I won’t be doing any gaming with this Windows installation. A virtual machine runs on limited resources. The few programs that I use Windows for are neither real-time critical nor processor intensive.

It is nice to use Windows without having to reboot my computer. I would normally have to boot into Windows once a week to do certain tasks, but am now able to turn on Windows for a few minutes to do what I need to do whenever I want.

While VirtualBox seems to work well for my needs, it may not be for everyone. There was quite a bit of reading that I needed to do to understand how to get some of my hardware working inside Windows. If you are needing to use the virtualized operating system for processor intensive tasks, then a virtual machine may not be your best option. Since I have 3 GB of RAM on this computer, I dedicated 1/3rd of that to the Windows installation.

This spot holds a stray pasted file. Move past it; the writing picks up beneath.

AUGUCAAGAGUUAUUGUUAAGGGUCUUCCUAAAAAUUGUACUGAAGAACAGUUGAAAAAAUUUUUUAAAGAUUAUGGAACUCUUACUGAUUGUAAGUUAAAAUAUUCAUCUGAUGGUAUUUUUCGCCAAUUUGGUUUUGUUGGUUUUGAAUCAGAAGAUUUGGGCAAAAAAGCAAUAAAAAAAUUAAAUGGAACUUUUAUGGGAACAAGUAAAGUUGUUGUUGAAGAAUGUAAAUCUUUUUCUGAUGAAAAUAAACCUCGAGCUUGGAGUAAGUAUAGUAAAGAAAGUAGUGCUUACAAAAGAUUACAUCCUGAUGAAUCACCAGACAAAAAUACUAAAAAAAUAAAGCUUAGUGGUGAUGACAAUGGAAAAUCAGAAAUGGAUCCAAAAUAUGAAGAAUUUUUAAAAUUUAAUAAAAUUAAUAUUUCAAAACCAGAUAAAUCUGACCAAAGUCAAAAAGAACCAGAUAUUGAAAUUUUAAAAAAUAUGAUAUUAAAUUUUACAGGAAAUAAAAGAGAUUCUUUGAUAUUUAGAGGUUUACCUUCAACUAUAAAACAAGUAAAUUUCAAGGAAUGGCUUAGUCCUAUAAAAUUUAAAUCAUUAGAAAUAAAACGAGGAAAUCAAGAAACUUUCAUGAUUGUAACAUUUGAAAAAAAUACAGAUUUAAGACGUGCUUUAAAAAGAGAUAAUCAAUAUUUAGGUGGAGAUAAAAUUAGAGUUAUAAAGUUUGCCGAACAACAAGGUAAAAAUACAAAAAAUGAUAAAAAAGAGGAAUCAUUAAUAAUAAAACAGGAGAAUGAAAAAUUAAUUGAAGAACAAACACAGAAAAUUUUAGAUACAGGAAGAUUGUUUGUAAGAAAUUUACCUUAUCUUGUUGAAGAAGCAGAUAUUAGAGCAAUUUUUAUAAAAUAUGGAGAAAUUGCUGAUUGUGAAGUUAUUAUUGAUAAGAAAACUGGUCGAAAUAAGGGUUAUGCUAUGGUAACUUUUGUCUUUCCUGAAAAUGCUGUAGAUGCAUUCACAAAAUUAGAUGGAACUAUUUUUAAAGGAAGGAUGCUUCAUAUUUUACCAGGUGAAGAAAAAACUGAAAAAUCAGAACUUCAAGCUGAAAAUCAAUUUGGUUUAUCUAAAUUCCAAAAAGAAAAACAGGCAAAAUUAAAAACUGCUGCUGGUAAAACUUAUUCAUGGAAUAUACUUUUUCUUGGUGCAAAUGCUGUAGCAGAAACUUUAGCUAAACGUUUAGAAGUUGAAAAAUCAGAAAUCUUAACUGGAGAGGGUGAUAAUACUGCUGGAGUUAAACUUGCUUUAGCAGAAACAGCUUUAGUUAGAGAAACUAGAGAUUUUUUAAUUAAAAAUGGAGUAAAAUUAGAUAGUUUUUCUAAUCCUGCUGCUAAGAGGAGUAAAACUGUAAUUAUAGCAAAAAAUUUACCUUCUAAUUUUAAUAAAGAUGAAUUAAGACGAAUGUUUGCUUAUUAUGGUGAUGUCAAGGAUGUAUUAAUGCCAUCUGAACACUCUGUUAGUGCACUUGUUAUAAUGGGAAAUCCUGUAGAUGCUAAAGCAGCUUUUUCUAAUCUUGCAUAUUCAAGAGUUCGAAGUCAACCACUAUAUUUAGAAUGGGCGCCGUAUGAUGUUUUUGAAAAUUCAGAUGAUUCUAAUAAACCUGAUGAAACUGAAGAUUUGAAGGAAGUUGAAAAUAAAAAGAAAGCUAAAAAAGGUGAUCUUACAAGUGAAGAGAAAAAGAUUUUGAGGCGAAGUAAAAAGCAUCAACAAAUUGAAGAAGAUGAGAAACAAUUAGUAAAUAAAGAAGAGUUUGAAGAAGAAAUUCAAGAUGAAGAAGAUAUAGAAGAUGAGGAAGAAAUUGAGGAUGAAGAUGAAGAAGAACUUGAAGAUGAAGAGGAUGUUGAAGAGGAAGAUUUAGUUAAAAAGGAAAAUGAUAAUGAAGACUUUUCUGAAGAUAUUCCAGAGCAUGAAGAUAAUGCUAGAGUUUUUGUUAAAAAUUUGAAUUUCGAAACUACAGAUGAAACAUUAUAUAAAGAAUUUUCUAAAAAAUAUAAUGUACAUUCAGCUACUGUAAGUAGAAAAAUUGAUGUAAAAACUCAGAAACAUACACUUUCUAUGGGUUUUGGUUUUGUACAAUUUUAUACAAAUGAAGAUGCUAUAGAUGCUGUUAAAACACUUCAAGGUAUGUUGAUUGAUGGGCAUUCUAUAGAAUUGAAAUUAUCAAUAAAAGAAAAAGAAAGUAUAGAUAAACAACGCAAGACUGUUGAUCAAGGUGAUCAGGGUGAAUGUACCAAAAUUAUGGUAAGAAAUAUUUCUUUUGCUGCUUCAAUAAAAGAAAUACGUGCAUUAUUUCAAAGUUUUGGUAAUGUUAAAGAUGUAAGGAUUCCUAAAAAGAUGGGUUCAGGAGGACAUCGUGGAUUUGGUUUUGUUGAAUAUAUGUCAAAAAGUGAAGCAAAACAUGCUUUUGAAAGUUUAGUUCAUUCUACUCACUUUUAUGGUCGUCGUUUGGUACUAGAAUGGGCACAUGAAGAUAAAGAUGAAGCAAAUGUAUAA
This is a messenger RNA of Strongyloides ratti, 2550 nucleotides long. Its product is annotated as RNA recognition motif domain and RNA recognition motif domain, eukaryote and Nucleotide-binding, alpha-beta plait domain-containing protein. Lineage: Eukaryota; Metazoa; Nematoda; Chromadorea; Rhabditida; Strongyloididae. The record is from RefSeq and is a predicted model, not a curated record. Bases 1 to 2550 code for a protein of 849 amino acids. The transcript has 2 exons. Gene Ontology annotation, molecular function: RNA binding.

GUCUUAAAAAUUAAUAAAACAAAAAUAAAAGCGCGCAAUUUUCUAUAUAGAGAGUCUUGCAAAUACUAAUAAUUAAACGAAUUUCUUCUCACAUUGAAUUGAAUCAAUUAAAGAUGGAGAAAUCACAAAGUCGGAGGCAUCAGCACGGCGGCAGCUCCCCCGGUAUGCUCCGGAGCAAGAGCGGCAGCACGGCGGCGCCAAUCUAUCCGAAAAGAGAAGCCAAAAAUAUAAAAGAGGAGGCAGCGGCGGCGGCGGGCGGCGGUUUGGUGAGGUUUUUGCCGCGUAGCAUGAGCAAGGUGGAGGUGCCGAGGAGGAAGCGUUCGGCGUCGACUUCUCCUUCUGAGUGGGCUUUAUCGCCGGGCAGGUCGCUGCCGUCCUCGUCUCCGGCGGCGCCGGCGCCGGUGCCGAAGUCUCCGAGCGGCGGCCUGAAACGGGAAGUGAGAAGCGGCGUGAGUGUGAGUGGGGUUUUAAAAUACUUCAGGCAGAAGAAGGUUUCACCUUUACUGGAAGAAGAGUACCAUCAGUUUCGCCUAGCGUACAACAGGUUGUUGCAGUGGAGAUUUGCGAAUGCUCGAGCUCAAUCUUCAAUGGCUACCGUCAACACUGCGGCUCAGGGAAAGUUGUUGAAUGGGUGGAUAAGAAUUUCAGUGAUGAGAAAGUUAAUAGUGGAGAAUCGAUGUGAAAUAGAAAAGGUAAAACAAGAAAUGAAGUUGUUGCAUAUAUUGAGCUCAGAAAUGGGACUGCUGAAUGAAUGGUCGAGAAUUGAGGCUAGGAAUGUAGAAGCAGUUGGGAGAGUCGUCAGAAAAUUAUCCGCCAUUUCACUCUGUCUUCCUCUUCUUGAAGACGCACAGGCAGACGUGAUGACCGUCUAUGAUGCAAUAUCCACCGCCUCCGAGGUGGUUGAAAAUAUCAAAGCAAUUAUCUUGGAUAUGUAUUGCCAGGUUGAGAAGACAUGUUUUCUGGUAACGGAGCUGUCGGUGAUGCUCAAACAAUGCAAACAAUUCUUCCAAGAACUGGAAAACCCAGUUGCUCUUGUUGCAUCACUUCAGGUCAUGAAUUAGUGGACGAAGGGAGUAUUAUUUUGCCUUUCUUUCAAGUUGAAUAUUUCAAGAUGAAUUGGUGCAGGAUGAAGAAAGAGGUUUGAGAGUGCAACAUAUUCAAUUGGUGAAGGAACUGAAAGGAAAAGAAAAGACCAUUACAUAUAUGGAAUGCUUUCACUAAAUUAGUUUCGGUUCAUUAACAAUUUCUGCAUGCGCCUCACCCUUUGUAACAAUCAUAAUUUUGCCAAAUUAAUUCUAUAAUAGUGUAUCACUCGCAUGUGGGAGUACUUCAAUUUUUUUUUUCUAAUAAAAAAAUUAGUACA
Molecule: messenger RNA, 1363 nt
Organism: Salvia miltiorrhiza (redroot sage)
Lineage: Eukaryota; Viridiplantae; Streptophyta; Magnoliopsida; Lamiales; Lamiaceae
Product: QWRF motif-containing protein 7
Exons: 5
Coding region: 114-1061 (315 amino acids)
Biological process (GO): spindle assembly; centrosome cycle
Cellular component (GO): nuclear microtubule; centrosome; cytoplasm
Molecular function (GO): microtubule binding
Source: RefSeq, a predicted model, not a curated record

Have you played around with virtual machines? Run into any major reasons why you would tell people to avoid them? I was afraid some of my needed hardware would not work, but everything works as if I was running Windows natively on the computer.

Dodged a bullet in the shape of a hard drive

A few months ago I had trouble installing a newer version of Linux on my computer. This is my main machine and houses the vast majority of our data. After the install failed I tried a different distribution of Linux. While most everything worked fine, there was one issue that haunted me. The hard drive partition that we have our photos stored on would not mount (I could not read from it). In fact as soon as I tried to mount the partition the whole machine would lock up instantly. Two other partitions on that drive worked without any problems.